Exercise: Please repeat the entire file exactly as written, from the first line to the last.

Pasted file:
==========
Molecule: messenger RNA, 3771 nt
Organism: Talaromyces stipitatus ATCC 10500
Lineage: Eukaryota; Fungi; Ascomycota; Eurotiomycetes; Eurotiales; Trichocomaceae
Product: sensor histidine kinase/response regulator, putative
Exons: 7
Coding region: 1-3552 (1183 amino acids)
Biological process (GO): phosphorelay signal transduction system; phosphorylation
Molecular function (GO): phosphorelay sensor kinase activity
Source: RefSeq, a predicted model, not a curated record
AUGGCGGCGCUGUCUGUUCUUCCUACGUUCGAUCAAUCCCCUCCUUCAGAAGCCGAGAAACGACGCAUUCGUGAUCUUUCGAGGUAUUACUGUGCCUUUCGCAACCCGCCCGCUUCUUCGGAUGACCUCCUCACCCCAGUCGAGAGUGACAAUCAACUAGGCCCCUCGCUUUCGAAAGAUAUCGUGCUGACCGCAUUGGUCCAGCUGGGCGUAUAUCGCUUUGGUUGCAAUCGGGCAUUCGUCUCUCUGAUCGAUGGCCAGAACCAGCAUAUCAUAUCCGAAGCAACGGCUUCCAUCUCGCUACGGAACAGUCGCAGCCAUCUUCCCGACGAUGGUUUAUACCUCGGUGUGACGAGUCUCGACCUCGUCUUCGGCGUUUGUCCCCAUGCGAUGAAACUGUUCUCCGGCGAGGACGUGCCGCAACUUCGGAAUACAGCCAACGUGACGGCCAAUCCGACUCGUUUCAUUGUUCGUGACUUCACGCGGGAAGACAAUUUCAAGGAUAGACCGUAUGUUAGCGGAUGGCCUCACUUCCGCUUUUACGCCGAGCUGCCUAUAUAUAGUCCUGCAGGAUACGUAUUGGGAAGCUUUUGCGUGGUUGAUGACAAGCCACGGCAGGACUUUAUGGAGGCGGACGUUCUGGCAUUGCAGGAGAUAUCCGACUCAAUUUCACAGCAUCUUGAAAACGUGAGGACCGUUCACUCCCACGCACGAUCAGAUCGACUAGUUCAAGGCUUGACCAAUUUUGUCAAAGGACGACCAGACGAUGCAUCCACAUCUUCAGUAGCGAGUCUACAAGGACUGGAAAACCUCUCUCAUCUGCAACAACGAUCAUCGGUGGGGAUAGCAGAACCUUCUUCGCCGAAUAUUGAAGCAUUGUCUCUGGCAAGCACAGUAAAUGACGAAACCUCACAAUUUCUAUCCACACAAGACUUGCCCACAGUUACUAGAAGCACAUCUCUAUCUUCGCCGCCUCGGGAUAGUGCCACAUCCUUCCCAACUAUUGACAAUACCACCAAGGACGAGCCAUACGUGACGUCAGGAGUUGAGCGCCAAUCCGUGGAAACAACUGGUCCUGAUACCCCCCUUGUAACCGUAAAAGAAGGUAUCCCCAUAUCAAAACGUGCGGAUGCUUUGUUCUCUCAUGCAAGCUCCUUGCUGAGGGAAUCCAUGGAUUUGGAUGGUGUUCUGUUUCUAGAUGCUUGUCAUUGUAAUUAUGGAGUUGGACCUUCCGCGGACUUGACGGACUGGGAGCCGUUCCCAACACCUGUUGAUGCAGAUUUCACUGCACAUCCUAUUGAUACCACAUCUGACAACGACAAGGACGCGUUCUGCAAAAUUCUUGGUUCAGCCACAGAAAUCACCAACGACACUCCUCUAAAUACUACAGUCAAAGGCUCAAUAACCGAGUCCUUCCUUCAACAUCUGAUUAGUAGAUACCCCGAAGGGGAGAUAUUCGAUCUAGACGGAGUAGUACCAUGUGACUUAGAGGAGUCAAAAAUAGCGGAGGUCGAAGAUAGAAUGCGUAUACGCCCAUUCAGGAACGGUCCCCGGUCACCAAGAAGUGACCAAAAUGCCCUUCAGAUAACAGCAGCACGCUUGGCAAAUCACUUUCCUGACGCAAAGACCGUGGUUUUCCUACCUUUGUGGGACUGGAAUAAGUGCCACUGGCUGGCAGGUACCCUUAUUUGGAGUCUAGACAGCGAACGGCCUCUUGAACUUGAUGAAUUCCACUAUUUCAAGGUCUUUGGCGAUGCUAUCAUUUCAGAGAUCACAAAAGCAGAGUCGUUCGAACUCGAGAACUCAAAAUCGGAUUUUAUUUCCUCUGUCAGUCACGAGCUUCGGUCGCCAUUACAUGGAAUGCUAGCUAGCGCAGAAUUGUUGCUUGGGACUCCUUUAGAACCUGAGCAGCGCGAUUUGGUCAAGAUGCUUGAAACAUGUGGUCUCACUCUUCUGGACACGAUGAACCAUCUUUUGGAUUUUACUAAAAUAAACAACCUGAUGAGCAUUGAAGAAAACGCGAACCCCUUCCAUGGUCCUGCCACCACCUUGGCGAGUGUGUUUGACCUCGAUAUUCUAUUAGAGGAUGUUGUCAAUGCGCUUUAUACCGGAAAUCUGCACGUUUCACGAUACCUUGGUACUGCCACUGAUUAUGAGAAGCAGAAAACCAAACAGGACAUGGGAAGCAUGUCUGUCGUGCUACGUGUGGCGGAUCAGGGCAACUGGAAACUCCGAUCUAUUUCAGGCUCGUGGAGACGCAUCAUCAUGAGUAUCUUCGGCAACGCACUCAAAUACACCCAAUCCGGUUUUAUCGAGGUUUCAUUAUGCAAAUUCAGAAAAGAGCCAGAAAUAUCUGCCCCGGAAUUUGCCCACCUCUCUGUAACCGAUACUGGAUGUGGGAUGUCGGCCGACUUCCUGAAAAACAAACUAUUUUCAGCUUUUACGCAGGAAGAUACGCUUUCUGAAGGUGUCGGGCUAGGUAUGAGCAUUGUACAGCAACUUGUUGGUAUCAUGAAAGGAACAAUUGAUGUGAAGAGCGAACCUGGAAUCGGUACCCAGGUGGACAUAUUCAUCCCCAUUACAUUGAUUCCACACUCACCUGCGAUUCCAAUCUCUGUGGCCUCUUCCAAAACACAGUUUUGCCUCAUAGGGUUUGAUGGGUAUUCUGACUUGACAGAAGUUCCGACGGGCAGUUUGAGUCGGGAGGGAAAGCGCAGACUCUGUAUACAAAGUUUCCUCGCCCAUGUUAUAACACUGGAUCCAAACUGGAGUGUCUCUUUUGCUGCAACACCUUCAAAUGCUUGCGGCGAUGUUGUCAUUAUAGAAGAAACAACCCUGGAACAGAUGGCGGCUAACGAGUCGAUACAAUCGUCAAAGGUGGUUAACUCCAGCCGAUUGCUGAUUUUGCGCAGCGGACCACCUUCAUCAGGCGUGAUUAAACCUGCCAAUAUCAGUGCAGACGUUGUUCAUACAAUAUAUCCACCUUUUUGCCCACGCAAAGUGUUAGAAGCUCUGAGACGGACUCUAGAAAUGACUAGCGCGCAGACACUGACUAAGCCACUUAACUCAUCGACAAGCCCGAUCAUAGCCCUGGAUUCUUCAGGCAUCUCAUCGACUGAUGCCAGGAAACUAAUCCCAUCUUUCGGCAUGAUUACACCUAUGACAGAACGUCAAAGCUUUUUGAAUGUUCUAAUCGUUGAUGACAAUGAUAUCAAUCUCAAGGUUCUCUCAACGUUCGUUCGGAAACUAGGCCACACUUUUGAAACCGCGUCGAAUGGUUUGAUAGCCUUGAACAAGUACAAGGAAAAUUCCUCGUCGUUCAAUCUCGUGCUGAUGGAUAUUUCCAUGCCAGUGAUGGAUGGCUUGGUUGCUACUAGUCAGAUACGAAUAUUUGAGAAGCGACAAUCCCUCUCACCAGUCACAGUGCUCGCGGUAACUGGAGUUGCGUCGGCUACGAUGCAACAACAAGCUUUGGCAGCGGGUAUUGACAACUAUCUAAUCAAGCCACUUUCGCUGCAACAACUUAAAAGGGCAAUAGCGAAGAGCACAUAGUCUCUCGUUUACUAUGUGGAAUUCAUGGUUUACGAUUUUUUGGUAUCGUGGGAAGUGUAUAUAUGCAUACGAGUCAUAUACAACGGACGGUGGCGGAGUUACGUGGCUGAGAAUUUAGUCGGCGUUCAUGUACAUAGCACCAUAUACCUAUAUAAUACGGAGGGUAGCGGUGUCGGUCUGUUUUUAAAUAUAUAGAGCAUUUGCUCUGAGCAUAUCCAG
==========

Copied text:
Molecule: messenger RNA, 3771 nt
Organism: Talaromyces stipitatus ATCC 10500
Lineage: Eukaryota; Fungi; Ascomycota; Eurotiomycetes; Eurotiales; Trichocomaceae
Product: sensor histidine kinase/response regulator, putative
Exons: 7
Coding region: 1-3552 (1183 amino acids)
Biological process (GO): phosphorelay signal transduction system; phosphorylation
Molecular function (GO): phosphorelay sensor kinase activity
Source: RefSeq, a predicted model, not a curated record
AUGGCGGCGCUGUCUGUUCUUCCUACGUUCGAUCAAUCCCCUCCUUCAGAAGCCGAGAAACGACGCAUUCGUGAUCUUUCGAGGUAUUACUGUGCCUUUCGCAACCCGCCCGCUUCUUCGGAUGACCUCCUCACCCCAGUCGAGAGUGACAAUCAACUAGGCCCCUCGCUUUCGAAAGAUAUCGUGCUGACCGCAUUGGUCCAGCUGGGCGUAUAUCGCUUUGGUUGCAAUCGGGCAUUCGUCUCUCUGAUCGAUGGCCAGAACCAGCAUAUCAUAUCCGAAGCAACGGCUUCCAUCUCGCUACGGAACAGUCGCAGCCAUCUUCCCGACGAUGGUUUAUACCUCGGUGUGACGAGUCUCGACCUCGUCUUCGGCGUUUGUCCCCAUGCGAUGAAACUGUUCUCCGGCGAGGACGUGCCGCAACUUCGGAAUACAGCCAACGUGACGGCCAAUCCGACUCGUUUCAUUGUUCGUGACUUCACGCGGGAAGACAAUUUCAAGGAUAGACCGUAUGUUAGCGGAUGGCCUCACUUCCGCUUUUACGCCGAGCUGCCUAUAUAUAGUCCUGCAGGAUACGUAUUGGGAAGCUUUUGCGUGGUUGAUGACAAGCCACGGCAGGACUUUAUGGAGGCGGACGUUCUGGCAUUGCAGGAGAUAUCCGACUCAAUUUCACAGCAUCUUGAAAACGUGAGGACCGUUCACUCCCACGCACGAUCAGAUCGACUAGUUCAAGGCUUGACCAAUUUUGUCAAAGGACGACCAGACGAUGCAUCCACAUCUUCAGUAGCGAGUCUACAAGGACUGGAAAACCUCUCUCAUCUGCAACAACGAUCAUCGGUGGGGAUAGCAGAACCUUCUUCGCCGAAUAUUGAAGCAUUGUCUCUGGCAAGCACAGUAAAUGACGAAACCUCACAAUUUCUAUCCACACAAGACUUGCCCACAGUUACUAGAAGCACAUCUCUAUCUUCGCCGCCUCGGGAUAGUGCCACAUCCUUCCCAACUAUUGACAAUACCACCAAGGACGAGCCAUACGUGACGUCAGGAGUUGAGCGCCAAUCCGUGGAAACAACUGGUCCUGAUACCCCCCUUGUAACCGUAAAAGAAGGUAUCCCCAUAUCAAAACGUGCGGAUGCUUUGUUCUCUCAUGCAAGCUCCUUGCUGAGGGAAUCCAUGGAUUUGGAUGGUGUUCUGUUUCUAGAUGCUUGUCAUUGUAAUUAUGGAGUUGGACCUUCCGCGGACUUGACGGACUGGGAGCCGUUCCCAACACCUGUUGAUGCAGAUUUCACUGCACAUCCUAUUGAUACCACAUCUGACAACGACAAGGACGCGUUCUGCAAAAUUCUUGGUUCAGCCACAGAAAUCACCAACGACACUCCUCUAAAUACUACAGUCAAAGGCUCAAUAACCGAGUCCUUCCUUCAACAUCUGAUUAGUAGAUACCCCGAAGGGGAGAUAUUCGAUCUAGACGGAGUAGUACCAUGUGACUUAGAGGAGUCAAAAAUAGCGGAGGUCGAAGAUAGAAUGCGUAUACGCCCAUUCAGGAACGGUCCCCGGUCACCAAGAAGUGACCAAAAUGCCCUUCAGAUAACAGCAGCACGCUUGGCAAAUCACUUUCCUGACGCAAAGACCGUGGUUUUCCUACCUUUGUGGGACUGGAAUAAGUGCCACUGGCUGGCAGGUACCCUUAUUUGGAGUCUAGACAGCGAACGGCCUCUUGAACUUGAUGAAUUCCACUAUUUCAAGGUCUUUGGCGAUGCUAUCAUUUCAGAGAUCACAAAAGCAGAGUCGUUCGAACUCGAGAACUCAAAAUCGGAUUUUAUUUCCUCUGUCAGUCACGAGCUUCGGUCGCCAUUACAUGGAAUGCUAGCUAGCGCAGAAUUGUUGCUUGGGACUCCUUUAGAACCUGAGCAGCGCGAUUUGGUCAAGAUGCUUGAAACAUGUGGUCUCACUCUUCUGGACACGAUGAACCAUCUUUUGGAUUUUACUAAAAUAAACAACCUGAUGAGCAUUGAAGAAAACGCGAACCCCUUCCAUGGUCCUGCCACCACCUUGGCGAGUGUGUUUGACCUCGAUAUUCUAUUAGAGGAUGUUGUCAAUGCGCUUUAUACCGGAAAUCUGCACGUUUCACGAUACCUUGGUACUGCCACUGAUUAUGAGAAGCAGAAAACCAAACAGGACAUGGGAAGCAUGUCUGUCGUGCUACGUGUGGCGGAUCAGGGCAACUGGAAACUCCGAUCUAUUUCAGGCUCGUGGAGACGCAUCAUCAUGAGUAUCUUCGGCAACGCACUCAAAUACACCCAAUCCGGUUUUAUCGAGGUUUCAUUAUGCAAAUUCAGAAAAGAGCCAGAAAUAUCUGCCCCGGAAUUUGCCCACCUCUCUGUAACCGAUACUGGAUGUGGGAUGUCGGCCGACUUCCUGAAAAACAAACUAUUUUCAGCUUUUACGCAGGAAGAUACGCUUUCUGAAGGUGUCGGGCUAGGUAUGAGCAUUGUACAGCAACUUGUUGGUAUCAUGAAAGGAACAAUUGAUGUGAAGAGCGAACCUGGAAUCGGUACCCAGGUGGACAUAUUCAUCCCCAUUACAUUGAUUCCACACUCACCUGCGAUUCCAAUCUCUGUGGCCUCUUCCAAAACACAGUUUUGCCUCAUAGGGUUUGAUGGGUAUUCUGACUUGACAGAAGUUCCGACGGGCAGUUUGAGUCGGGAGGGAAAGCGCAGACUCUGUAUACAAAGUUUCCUCGCCCAUGUUAUAACACUGGAUCCAAACUGGAGUGUCUCUUUUGCUGCAACACCUUCAAAUGCUUGCGGCGAUGUUGUCAUUAUAGAAGAAACAACCCUGGAACAGAUGGCGGCUAACGAGUCGAUACAAUCGUCAAAGGUGGUUAACUCCAGCCGAUUGCUGAUUUUGCGCAGCGGACCACCUUCAUCAGGCGUGAUUAAACCUGCCAAUAUCAGUGCAGACGUUGUUCAUACAAUAUAUCCACCUUUUUGCCCACGCAAAGUGUUAGAAGCUCUGAGACGGACUCUAGAAAUGACUAGCGCGCAGACACUGACUAAGCCACUUAACUCAUCGACAAGCCCGAUCAUAGCCCUGGAUUCUUCAGGCAUCUCAUCGACUGAUGCCAGGAAACUAAUCCCAUCUUUCGGCAUGAUUACACCUAUGACAGAACGUCAAAGCUUUUUGAAUGUUCUAAUCGUUGAUGACAAUGAUAUCAAUCUCAAGGUUCUCUCAACGUUCGUUCGGAAACUAGGCCACACUUUUGAAACCGCGUCGAAUGGUUUGAUAGCCUUGAACAAGUACAAGGAAAAUUCCUCGUCGUUCAAUCUCGUGCUGAUGGAUAUUUCCAUGCCAGUGAUGGAUGGCUUGGUUGCUACUAGUCAGAUACGAAUAUUUGAGAAGCGACAAUCCCUCUCACCAGUCACAGUGCUCGCGGUAACUGGAGUUGCGUCGGCUACGAUGCAACAACAAGCUUUGGCAGCGGGUAUUGACAACUAUCUAAUCAAGCCACUUUCGCUGCAACAACUUAAAAGGGCAAUAGCGAAGAGCACAUAGUCUCUCGUUUACUAUGUGGAAUUCAUGGUUUACGAUUUUUUGGUAUCGUGGGAAGUGUAUAUAUGCAUACGAGUCAUAUACAACGGACGGUGGCGGAGUUACGUGGCUGAGAAUUUAGUCGGCGUUCAUGUACAUAGCACCAUAUACCUAUAUAAUACGGAGGGUAGCGGUGUCGGUCUGUUUUUAAAUAUAUAGAGCAUUUGCUCUGAGCAUAUCCAG